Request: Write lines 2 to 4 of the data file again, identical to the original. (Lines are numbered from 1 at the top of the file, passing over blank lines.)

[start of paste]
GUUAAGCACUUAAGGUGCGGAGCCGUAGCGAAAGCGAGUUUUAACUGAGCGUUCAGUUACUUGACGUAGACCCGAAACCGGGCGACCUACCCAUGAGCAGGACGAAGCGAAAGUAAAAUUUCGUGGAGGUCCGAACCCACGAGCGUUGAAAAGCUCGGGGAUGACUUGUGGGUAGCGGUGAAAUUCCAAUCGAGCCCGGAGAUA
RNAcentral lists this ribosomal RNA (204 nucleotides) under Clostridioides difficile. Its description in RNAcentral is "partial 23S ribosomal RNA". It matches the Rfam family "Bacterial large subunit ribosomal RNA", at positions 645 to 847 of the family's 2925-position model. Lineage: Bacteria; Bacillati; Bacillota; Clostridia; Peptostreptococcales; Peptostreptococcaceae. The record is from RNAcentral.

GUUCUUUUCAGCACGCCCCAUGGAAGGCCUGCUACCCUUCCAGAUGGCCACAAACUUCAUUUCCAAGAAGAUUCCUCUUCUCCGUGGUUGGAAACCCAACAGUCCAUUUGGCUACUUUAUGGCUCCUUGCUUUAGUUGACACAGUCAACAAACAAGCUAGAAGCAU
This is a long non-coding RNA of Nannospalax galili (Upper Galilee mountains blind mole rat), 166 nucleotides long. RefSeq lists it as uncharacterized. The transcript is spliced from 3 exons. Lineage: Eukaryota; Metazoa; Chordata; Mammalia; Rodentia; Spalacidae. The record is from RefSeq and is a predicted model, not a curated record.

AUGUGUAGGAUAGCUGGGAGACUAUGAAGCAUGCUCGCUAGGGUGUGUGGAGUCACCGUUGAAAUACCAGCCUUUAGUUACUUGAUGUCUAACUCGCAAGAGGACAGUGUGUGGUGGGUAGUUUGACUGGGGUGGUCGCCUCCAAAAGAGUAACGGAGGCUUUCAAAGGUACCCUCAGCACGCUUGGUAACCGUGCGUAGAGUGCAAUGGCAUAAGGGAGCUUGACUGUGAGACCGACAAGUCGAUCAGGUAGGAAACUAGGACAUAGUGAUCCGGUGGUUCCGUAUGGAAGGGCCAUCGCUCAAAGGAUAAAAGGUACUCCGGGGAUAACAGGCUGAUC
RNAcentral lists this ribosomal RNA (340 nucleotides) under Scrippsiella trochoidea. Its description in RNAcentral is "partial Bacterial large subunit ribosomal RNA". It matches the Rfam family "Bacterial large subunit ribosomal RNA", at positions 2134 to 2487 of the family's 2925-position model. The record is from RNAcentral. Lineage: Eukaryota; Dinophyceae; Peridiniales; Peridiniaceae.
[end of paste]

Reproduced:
RNAcentral lists this ribosomal RNA (204 nucleotides) under Clostridioides difficile. Its description in RNAcentral is "partial 23S ribosomal RNA". It matches the Rfam family "Bacterial large subunit ribosomal RNA", at positions 645 to 847 of the family's 2925-position model. Lineage: Bacteria; Bacillati; Bacillota; Clostridia; Peptostreptococcales; Peptostreptococcaceae. The record is from RNAcentral.

GUUCUUUUCAGCACGCCCCAUGGAAGGCCUGCUACCCUUCCAGAUGGCCACAAACUUCAUUUCCAAGAAGAUUCCUCUUCUCCGUGGUUGGAAACCCAACAGUCCAUUUGGCUACUUUAUGGCUCCUUGCUUUAGUUGACACAGUCAACAAACAAGCUAGAAGCAU
This is a long non-coding RNA of Nannospalax galili (Upper Galilee mountains blind mole rat), 166 nucleotides long. RefSeq lists it as uncharacterized. The transcript is spliced from 3 exons. Lineage: Eukaryota; Metazoa; Chordata; Mammalia; Rodentia; Spalacidae. The record is from RefSeq and is a predicted model, not a curated record.